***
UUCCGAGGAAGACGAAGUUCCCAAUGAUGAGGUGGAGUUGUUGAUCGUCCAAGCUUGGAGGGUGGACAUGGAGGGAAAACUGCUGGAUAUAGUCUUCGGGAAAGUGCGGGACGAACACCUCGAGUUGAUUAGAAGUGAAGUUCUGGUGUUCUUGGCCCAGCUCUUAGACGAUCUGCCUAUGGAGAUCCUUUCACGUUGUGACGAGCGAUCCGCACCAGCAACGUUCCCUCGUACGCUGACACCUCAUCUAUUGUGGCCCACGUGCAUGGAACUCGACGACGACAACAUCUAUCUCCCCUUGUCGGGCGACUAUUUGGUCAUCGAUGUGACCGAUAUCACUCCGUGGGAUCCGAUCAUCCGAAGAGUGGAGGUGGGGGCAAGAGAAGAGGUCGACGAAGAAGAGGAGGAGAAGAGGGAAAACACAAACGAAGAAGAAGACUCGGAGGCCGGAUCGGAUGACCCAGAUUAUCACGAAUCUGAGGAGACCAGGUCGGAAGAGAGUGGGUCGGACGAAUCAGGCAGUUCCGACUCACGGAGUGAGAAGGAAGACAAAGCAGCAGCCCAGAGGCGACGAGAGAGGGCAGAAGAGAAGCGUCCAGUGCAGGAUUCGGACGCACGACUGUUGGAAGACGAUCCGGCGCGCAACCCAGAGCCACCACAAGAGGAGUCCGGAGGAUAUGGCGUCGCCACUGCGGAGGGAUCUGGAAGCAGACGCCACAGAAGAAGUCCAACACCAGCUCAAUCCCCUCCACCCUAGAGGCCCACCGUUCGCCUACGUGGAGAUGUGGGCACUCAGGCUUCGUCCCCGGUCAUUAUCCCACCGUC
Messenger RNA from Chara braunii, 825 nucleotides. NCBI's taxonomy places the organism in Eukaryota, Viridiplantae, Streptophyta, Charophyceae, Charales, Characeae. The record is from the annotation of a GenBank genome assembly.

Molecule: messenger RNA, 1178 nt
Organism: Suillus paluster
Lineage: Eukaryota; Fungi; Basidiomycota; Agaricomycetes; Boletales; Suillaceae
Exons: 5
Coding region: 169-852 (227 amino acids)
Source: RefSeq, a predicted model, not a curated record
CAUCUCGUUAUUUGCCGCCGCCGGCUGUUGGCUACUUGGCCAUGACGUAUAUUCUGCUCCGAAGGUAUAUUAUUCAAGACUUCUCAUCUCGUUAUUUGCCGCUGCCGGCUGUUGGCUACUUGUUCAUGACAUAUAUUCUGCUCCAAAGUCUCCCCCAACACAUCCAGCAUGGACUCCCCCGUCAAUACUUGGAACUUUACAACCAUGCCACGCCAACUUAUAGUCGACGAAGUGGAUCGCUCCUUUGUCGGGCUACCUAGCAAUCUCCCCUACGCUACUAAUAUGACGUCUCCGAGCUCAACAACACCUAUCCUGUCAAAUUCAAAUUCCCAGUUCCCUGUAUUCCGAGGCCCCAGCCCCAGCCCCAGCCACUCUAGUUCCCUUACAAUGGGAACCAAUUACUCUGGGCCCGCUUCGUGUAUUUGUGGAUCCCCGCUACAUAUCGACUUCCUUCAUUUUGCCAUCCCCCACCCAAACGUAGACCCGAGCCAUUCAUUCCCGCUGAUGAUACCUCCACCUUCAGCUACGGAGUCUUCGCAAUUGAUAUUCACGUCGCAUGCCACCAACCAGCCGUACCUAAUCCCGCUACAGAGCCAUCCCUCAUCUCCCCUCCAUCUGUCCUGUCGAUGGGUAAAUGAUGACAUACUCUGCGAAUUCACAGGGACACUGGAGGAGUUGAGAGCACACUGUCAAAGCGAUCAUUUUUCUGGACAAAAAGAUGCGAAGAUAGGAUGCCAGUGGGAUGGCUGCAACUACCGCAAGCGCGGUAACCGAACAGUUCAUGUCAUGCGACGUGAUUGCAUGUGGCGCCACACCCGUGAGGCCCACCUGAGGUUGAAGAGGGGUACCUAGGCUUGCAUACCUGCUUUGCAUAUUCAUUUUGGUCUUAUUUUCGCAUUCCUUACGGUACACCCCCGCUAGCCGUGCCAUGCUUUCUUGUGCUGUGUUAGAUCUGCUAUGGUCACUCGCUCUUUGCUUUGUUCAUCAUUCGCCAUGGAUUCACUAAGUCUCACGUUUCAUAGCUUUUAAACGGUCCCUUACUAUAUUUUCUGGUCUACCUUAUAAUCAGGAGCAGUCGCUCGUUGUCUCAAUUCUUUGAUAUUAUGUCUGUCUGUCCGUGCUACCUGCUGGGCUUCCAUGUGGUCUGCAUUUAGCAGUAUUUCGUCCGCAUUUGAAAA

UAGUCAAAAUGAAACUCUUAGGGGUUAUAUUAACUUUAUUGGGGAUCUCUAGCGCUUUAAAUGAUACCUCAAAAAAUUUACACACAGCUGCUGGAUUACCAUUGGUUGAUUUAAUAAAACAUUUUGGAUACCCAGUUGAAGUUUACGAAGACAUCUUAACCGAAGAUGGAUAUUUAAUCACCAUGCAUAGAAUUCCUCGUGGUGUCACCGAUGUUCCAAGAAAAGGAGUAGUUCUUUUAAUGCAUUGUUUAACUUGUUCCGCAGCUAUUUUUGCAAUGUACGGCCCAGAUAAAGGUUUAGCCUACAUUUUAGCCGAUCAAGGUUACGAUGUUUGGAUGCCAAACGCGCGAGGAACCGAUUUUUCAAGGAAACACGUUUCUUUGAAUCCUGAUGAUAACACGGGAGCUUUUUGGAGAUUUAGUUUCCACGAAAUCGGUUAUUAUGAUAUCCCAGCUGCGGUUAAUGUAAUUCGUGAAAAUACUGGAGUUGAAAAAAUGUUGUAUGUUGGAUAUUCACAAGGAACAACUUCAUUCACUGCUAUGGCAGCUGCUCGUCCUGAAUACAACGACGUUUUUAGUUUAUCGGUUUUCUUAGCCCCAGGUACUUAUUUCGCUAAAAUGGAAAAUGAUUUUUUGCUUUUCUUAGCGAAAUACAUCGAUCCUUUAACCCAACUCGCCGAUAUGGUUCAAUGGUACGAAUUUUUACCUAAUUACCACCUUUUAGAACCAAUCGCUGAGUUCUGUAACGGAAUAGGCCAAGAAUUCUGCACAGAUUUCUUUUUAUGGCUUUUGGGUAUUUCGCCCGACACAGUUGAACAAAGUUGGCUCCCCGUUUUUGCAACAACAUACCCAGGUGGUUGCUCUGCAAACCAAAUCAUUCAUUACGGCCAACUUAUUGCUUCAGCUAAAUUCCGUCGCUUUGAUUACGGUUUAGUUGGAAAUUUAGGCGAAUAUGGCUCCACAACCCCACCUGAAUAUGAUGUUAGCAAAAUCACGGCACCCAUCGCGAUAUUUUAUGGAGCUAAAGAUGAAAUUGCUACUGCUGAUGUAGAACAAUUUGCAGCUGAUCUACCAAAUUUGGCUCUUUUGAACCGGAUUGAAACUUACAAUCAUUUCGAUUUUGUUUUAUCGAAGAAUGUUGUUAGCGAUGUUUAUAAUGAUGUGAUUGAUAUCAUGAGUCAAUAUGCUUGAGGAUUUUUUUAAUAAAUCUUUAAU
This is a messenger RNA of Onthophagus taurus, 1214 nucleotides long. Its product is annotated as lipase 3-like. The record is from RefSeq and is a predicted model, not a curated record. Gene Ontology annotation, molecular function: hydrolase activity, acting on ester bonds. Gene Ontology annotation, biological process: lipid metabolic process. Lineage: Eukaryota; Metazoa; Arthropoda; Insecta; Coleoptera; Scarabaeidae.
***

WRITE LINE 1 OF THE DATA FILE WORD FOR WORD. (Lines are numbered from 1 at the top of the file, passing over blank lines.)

UUCCGAGGAAGACGAAGUUCCCAAUGAUGAGGUGGAGUUGUUGAUCGUCCAAGCUUGGAGGGUGGACAUGGAGGGAAAACUGCUGGAUAUAGUCUUCGGGAAAGUGCGGGACGAACACCUCGAGUUGAUUAGAAGUGAAGUUCUGGUGUUCUUGGCCCAGCUCUUAGACGAUCUGCCUAUGGAGAUCCUUUCACGUUGUGACGAGCGAUCCGCACCAGCAACGUUCCCUCGUACGCUGACACCUCAUCUAUUGUGGCCCACGUGCAUGGAACUCGACGACGACAACAUCUAUCUCCCCUUGUCGGGCGACUAUUUGGUCAUCGAUGUGACCGAUAUCACUCCGUGGGAUCCGAUCAUCCGAAGAGUGGAGGUGGGGGCAAGAGAAGAGGUCGACGAAGAAGAGGAGGAGAAGAGGGAAAACACAAACGAAGAAGAAGACUCGGAGGCCGGAUCGGAUGACCCAGAUUAUCACGAAUCUGAGGAGACCAGGUCGGAAGAGAGUGGGUCGGACGAAUCAGGCAGUUCCGACUCACGGAGUGAGAAGGAAGACAAAGCAGCAGCCCAGAGGCGACGAGAGAGGGCAGAAGAGAAGCGUCCAGUGCAGGAUUCGGACGCACGACUGUUGGAAGACGAUCCGGCGCGCAACCCAGAGCCACCACAAGAGGAGUCCGGAGGAUAUGGCGUCGCCACUGCGGAGGGAUCUGGAAGCAGACGCCACAGAAGAAGUCCAACACCAGCUCAAUCCCCUCCACCCUAGAGGCCCACCGUUCGCCUACGUGGAGAUGUGGGCACUCAGGCUUCGUCCCCGGUCAUUAUCCCACCGUC